Insights from immersion in Central America influence lives
by Katie Thompson, Whitworth Intern
Since its creation in 1975, Whitworth University's Central America Study and Service Program (CASP) has been taking students to experience an immersive semester abroad.
As the university's oldest and longest-running interdisciplinary, faculty-led and semester long foreign study program, it takes students to different locations in Central America each spring, following cultural and academic learning in the previous semester.
The CASP learning model creates a unique experience with transformative effects on the educational, spiritual and socio-political outlook of not just those who travel, but also on Whitworth and the broader community. It takes students out of their comfort zones.
One of Whitworth's five strategic goals—to create global citizens—doesn't happen sitting at Whitworth, learning from books.
"Whitworth believes students should explore their faith and wrestle with its possible connections to the world around them," said Lindy Scott, a professor, who co-leads CASP with professor Kim Hernandez.
"At Whitworth, students and faculty develop mutual trust and lasting relationships as they explore difficult issues," he added.
The educational principles integral to CASP reflect that education is costly in more ways than money and books.
"It flies in the face of much U.S. education that is a commodity," Lindy said. "It says a small town and indigenous people in Guatemala are important. The students become less selfish, more aware and tuned in to the lives of others."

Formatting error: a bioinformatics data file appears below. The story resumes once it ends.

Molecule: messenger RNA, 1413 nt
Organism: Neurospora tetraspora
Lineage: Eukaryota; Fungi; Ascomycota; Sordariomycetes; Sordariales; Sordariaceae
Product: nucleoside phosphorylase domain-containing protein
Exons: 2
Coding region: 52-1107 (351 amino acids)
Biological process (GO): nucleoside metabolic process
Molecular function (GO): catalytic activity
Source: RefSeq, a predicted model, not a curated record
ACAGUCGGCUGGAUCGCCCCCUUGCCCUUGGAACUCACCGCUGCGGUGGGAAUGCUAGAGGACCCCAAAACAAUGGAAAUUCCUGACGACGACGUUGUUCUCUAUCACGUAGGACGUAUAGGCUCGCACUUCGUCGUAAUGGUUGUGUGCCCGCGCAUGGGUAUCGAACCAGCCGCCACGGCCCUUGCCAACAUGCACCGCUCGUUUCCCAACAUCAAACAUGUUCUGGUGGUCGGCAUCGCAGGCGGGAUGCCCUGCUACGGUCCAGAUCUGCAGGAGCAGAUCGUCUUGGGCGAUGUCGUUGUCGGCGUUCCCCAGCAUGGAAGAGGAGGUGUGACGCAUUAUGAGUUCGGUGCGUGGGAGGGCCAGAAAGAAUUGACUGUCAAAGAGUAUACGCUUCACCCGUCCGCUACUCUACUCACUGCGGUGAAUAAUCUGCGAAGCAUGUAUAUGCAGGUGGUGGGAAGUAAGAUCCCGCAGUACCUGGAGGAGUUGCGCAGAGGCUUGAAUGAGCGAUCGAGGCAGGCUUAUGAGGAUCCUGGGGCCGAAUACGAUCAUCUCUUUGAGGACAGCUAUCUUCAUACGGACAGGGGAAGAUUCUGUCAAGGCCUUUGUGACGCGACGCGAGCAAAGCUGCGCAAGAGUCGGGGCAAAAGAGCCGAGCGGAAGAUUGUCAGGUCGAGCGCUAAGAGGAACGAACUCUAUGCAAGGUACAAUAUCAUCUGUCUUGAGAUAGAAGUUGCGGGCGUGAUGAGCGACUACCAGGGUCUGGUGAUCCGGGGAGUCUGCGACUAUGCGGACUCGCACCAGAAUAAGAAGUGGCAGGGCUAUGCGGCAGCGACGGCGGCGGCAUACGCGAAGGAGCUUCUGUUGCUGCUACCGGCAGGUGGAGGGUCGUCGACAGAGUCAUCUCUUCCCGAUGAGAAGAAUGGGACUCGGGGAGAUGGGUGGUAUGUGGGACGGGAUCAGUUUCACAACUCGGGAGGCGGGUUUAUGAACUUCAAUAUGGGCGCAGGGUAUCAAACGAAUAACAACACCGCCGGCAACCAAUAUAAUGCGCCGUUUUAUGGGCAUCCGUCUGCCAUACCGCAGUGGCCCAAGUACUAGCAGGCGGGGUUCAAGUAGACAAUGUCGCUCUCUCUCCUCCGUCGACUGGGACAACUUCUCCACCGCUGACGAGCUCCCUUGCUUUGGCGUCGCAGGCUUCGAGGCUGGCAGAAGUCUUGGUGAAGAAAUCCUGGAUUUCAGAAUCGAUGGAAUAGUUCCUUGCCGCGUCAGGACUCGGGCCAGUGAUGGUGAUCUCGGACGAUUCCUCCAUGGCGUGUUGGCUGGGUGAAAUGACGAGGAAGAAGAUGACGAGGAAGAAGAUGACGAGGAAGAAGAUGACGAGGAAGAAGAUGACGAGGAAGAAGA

Lindy and Kim recently co-authored a book: Challenged and Changed: Living and Learning in Central America. It follows the life, vision and impact of Ron and Marianne Frase, who founded the program 45 years ago. .
"Ron brought up what was a revolutionary, out-of-the-box idea in those days," Lindy said. "At one point his job was on the line, but he was willing to go to the mat for the program because he thought it was important."
The book informs people about the program and features stories from students who experienced it. It also tells the story of Ron and Marianne, and emphasizes the importance of international education, which is underfunded in this era of high political tensions.
Living with host families breaks down negative ideas of Central America, and bridges the gap between North American and Central American Christians.
In its first year, students traveled to Mexico, Brazil, Peru, Chile and Argentina. Since then, students have traveled to the Central American countries of Guatemala, El Salvador, Nicaragua, Costa Rica and Honduras.
A few years after the program started, they began "the plunge," an immersive experience. Given maps and some money, students go off in groups of three or four for three days. They go to an assigned town with a list of goals to achieve. They are to find lodging and food, meet with a priest or pastor, and talk with people about the community's history.
They find they can use their Spanish and intercultural skills to converse with people. They become close to people in small towns as they hear their stories.
"Central America is villainized in today's U.S. socio-political climate," said Kim. "The program invites students to shift their assumptions. CASP allows students to examine the current narrative first-hand and discover truth through their own experiences.
"Students meet people who are honored that a group of North Americans came to their community on purpose," said Kim. "Students want to know who they are and what makes their town special.
"People in Central America say, 'Now we're not invisible to the world. Someone knows our story and will tell it in a way that will honor us and represent us to people in the U.S.' The students become their ambassadors. It's a sacred endeavor," she said. "The students realize their power and impact beyond improving Spanish to be bilingual in their careers."
CASP looks outward. Students see the world outside the Whitworth and U.S. bubble, she said.
"Often North Americans and North American Christians feel superior," Lindy said. "Many feel we are 'the first world,' and they are 'the third world,' or we are 'developed,' and they are 'underdeveloped.'